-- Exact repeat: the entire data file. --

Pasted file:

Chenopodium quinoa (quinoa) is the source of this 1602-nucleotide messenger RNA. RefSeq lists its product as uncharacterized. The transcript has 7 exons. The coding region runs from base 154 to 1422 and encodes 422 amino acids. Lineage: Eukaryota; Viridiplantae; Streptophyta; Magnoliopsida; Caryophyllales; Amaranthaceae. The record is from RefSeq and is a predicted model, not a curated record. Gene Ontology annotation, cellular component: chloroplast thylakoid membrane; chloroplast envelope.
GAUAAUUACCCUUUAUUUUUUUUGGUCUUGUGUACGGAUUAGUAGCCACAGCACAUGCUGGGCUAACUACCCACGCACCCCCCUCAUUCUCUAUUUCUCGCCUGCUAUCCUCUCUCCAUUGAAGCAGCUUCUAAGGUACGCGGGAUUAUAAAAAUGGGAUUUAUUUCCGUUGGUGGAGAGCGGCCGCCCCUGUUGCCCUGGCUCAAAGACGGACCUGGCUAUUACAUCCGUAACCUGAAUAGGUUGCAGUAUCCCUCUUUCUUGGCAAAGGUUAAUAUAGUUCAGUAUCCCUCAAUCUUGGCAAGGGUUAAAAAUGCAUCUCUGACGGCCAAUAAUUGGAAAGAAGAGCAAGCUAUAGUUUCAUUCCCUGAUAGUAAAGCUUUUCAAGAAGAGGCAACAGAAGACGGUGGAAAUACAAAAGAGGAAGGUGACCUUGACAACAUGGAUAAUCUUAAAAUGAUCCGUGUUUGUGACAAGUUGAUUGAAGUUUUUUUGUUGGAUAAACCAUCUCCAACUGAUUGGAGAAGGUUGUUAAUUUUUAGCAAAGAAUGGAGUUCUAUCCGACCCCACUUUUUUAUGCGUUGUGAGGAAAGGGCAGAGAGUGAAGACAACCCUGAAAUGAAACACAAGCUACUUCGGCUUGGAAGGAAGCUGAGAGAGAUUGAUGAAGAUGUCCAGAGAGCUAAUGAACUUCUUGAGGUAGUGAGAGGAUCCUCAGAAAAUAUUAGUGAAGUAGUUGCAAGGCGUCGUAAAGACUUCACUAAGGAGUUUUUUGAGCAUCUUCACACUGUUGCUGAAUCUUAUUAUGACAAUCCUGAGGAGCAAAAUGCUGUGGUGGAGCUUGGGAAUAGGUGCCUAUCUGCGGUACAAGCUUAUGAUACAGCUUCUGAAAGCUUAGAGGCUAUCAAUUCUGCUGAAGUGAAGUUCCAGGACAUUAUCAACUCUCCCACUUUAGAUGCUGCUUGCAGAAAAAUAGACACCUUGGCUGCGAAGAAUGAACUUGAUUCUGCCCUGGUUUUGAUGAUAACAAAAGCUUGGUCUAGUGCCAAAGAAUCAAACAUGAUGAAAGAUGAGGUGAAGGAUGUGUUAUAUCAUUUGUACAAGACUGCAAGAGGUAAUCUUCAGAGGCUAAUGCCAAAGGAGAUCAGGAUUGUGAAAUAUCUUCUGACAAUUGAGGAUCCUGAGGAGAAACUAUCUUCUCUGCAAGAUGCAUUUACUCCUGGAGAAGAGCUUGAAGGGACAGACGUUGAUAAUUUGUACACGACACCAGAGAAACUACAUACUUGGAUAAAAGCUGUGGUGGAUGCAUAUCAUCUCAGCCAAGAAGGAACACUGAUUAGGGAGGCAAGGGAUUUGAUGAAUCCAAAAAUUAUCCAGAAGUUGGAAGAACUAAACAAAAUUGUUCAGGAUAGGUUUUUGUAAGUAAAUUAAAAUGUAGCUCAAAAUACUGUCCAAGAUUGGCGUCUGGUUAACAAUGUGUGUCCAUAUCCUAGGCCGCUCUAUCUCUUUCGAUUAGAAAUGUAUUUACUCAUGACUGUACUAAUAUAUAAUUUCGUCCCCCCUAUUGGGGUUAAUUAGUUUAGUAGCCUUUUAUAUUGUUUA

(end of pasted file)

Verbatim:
Chenopodium quinoa (quinoa) is the source of this 1602-nucleotide messenger RNA. RefSeq lists its product as uncharacterized. The transcript has 7 exons. The coding region runs from base 154 to 1422 and encodes 422 amino acids. Lineage: Eukaryota; Viridiplantae; Streptophyta; Magnoliopsida; Caryophyllales; Amaranthaceae. The record is from RefSeq and is a predicted model, not a curated record. Gene Ontology annotation, cellular component: chloroplast thylakoid membrane; chloroplast envelope.
GAUAAUUACCCUUUAUUUUUUUUGGUCUUGUGUACGGAUUAGUAGCCACAGCACAUGCUGGGCUAACUACCCACGCACCCCCCUCAUUCUCUAUUUCUCGCCUGCUAUCCUCUCUCCAUUGAAGCAGCUUCUAAGGUACGCGGGAUUAUAAAAAUGGGAUUUAUUUCCGUUGGUGGAGAGCGGCCGCCCCUGUUGCCCUGGCUCAAAGACGGACCUGGCUAUUACAUCCGUAACCUGAAUAGGUUGCAGUAUCCCUCUUUCUUGGCAAAGGUUAAUAUAGUUCAGUAUCCCUCAAUCUUGGCAAGGGUUAAAAAUGCAUCUCUGACGGCCAAUAAUUGGAAAGAAGAGCAAGCUAUAGUUUCAUUCCCUGAUAGUAAAGCUUUUCAAGAAGAGGCAACAGAAGACGGUGGAAAUACAAAAGAGGAAGGUGACCUUGACAACAUGGAUAAUCUUAAAAUGAUCCGUGUUUGUGACAAGUUGAUUGAAGUUUUUUUGUUGGAUAAACCAUCUCCAACUGAUUGGAGAAGGUUGUUAAUUUUUAGCAAAGAAUGGAGUUCUAUCCGACCCCACUUUUUUAUGCGUUGUGAGGAAAGGGCAGAGAGUGAAGACAACCCUGAAAUGAAACACAAGCUACUUCGGCUUGGAAGGAAGCUGAGAGAGAUUGAUGAAGAUGUCCAGAGAGCUAAUGAACUUCUUGAGGUAGUGAGAGGAUCCUCAGAAAAUAUUAGUGAAGUAGUUGCAAGGCGUCGUAAAGACUUCACUAAGGAGUUUUUUGAGCAUCUUCACACUGUUGCUGAAUCUUAUUAUGACAAUCCUGAGGAGCAAAAUGCUGUGGUGGAGCUUGGGAAUAGGUGCCUAUCUGCGGUACAAGCUUAUGAUACAGCUUCUGAAAGCUUAGAGGCUAUCAAUUCUGCUGAAGUGAAGUUCCAGGACAUUAUCAACUCUCCCACUUUAGAUGCUGCUUGCAGAAAAAUAGACACCUUGGCUGCGAAGAAUGAACUUGAUUCUGCCCUGGUUUUGAUGAUAACAAAAGCUUGGUCUAGUGCCAAAGAAUCAAACAUGAUGAAAGAUGAGGUGAAGGAUGUGUUAUAUCAUUUGUACAAGACUGCAAGAGGUAAUCUUCAGAGGCUAAUGCCAAAGGAGAUCAGGAUUGUGAAAUAUCUUCUGACAAUUGAGGAUCCUGAGGAGAAACUAUCUUCUCUGCAAGAUGCAUUUACUCCUGGAGAAGAGCUUGAAGGGACAGACGUUGAUAAUUUGUACACGACACCAGAGAAACUACAUACUUGGAUAAAAGCUGUGGUGGAUGCAUAUCAUCUCAGCCAAGAAGGAACACUGAUUAGGGAGGCAAGGGAUUUGAUGAAUCCAAAAAUUAUCCAGAAGUUGGAAGAACUAAACAAAAUUGUUCAGGAUAGGUUUUUGUAAGUAAAUUAAAAUGUAGCUCAAAAUACUGUCCAAGAUUGGCGUCUGGUUAACAAUGUGUGUCCAUAUCCUAGGCCGCUCUAUCUCUUUCGAUUAGAAAUGUAUUUACUCAUGACUGUACUAAUAUAUAAUUUCGUCCCCCCUAUUGGGGUUAAUUAGUUUAGUAGCCUUUUAUAUUGUUUA